Christa is part of a research team focusing on a threatened palm and how various management practices (i.e. cattle grazing) affect its population in the Sierra de Alamos-Rio Cuchujaqui Protected Area in the state of Sonora, Mexico. Read her previous post, Conserving Threatened Palms.
Looking across the arroyo, where our experiment is set up, at the hundreds of Sinaloa hesper palms Brahea aculeate dominating an area the size of a football field, I have to remind myself that we are working with a palm listed as “vulnerable” on the IUCN (International Union for Conservation of Nature) Red List and “threatened” by the Mexican government. Such large populations are rare across the palm’s range, which includes parts of just three Mexican states. Even in the small sea of palms before me, I see signs that the population is stressed: the number of seedlings is conspicuously low, few adult palms produced fruit or even flowering racemes in the past year, and a number of dead trunks dot the population.
None of this is terribly surprising, given the stressors we know the population has been subjected to, namely years of cattle grazing and intensive leaf harvesting. The cattle munch on the shorter palms during the driest time of the year, as the palms are one of the few green things on the landscape. Local people harvest palm leaves to make roofs that are quiet in the summer rains and keep a home relatively fresh and cool during the dry season’s heat. Such roofs are also popular for restaurants and other tourism facilities along Sonora’s west coast. The loss of leaves from cows or people doesn’t usually immediately kill the palm, but with the need to put on many new leaves, the palms may not have energy left to produce fruit. Some may not even be able to recover fully from the leaf loss and slowly die. Though both result in leaf loss, the impacts of harvesting and grazing may be different: they affect slightly different size classes of palms, vary in the completeness of defoliation, and have different secondary impacts (i.e., trampling hooves). And we don’t know exactly how either is affecting the population.
In the experiment set up in the arroyo, Postdoctoral Fellow Leonel Lopez-Toledo is attempting to tease out the effects of the two stressors. We have rented two plots from a local rancher and built a fence around one to keep the cattle out. Each plot is divided into three parts: no leaf harvesting, low-harvest intensity, and high-harvest intensity. The low- harvest intensity spares the youngest leaves and follows other rules of thumb used by harvesters in the local communities. The high-harvest takes everything useful and is what is typically done by people who come from cities and coastal communities. We will then track every palm—all 1,500 or so—for the next few years, measuring growth, changes in leaf length and shape, number of leaves put on, number of fruits produced, and more. Each year we hope to see how the palms are responding to the different treatments and what these responses may mean for the palm population as a whole.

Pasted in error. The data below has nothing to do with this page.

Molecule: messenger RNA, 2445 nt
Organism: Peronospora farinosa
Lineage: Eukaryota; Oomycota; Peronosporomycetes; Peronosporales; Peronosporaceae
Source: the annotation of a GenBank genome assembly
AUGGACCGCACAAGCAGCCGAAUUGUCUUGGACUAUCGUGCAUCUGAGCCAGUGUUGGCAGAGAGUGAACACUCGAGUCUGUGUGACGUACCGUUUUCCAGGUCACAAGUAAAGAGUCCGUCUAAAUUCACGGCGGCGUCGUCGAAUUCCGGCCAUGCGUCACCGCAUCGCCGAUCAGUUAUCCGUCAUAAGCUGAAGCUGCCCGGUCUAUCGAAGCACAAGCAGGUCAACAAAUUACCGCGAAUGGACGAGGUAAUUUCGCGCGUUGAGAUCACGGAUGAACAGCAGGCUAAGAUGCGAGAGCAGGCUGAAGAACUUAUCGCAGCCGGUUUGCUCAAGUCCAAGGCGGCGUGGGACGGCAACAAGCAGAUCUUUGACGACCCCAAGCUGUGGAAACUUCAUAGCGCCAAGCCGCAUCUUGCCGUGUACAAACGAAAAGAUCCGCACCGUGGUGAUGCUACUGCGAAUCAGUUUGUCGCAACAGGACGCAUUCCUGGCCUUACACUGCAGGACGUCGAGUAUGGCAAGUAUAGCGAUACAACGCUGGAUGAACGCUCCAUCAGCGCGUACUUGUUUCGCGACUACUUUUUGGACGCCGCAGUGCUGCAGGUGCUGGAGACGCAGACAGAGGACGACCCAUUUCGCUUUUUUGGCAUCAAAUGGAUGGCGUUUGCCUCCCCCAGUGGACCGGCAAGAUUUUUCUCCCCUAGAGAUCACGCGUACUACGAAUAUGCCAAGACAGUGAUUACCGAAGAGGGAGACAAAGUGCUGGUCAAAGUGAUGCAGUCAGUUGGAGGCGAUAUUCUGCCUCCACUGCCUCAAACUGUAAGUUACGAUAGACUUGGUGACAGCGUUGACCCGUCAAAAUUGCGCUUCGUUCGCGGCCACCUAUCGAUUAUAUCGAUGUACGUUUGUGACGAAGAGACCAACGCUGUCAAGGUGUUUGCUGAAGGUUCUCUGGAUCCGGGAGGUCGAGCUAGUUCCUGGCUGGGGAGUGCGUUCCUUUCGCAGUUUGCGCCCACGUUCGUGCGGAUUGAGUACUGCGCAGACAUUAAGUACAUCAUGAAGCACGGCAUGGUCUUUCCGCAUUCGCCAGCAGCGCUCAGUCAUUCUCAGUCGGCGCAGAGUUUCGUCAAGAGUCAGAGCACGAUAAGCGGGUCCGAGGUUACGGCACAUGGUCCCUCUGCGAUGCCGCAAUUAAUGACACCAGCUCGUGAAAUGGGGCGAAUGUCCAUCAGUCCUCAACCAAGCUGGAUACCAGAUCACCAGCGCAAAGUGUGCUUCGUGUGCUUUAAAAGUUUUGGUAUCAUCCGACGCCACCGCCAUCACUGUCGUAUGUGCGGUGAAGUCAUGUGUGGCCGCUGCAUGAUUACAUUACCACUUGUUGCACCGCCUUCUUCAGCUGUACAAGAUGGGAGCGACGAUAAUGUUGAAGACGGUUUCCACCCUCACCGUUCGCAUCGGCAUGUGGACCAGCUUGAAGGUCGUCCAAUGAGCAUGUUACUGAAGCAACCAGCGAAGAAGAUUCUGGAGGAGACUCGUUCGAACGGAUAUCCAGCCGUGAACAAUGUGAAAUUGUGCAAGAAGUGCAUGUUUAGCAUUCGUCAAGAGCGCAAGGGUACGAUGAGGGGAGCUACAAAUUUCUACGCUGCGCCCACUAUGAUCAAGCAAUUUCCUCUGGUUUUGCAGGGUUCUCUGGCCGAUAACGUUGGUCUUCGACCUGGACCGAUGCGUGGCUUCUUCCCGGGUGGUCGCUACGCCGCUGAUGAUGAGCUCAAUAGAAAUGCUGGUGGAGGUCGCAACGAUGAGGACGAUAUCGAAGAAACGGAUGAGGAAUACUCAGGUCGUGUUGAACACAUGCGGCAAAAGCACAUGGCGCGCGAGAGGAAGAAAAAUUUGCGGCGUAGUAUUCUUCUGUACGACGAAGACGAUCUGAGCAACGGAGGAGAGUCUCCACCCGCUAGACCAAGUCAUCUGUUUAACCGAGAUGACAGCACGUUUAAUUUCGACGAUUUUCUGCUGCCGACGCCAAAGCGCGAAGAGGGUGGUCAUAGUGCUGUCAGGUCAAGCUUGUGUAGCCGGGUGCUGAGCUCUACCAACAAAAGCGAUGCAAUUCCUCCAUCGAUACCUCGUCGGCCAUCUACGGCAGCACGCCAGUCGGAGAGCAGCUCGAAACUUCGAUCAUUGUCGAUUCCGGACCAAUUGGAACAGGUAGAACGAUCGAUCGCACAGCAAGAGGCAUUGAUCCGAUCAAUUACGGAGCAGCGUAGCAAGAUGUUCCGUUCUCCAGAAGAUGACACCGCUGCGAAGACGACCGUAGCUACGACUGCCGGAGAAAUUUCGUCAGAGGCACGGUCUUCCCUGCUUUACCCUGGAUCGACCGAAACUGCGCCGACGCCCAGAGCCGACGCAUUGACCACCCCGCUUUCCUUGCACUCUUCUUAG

Our field assistants come from the local communities and were clearly uncomfortable mimicking the outsiders’ high-harvest approach. I’m sure the sight of the completely leafless palms was just as disconcerting to them as it was to me. On the other hand, their traditional low-harvest rules may be sustainable.
If Leonel’s experiment can demonstrate that it is, the next step would be to work to make the low-intensity harvest an enforceable rule—for outsiders as well as locals. The grazing part of the experiment may lead to recommendations in range management or restoration for the ranch owners. Getting actual changes from the recommendations would be challenging, to be sure, but limiting the stress these threatened palms are under will be key to their survival, especially in the face of other stressors such as climate change.
However, step number one is to flesh out the problem. So, I turn back to the small sea of palms, ready to start measuring.
Christa Horn is a senior research technician in the Applied Plant Ecology Division of the San Diego Zoo Institute for Conservation Research.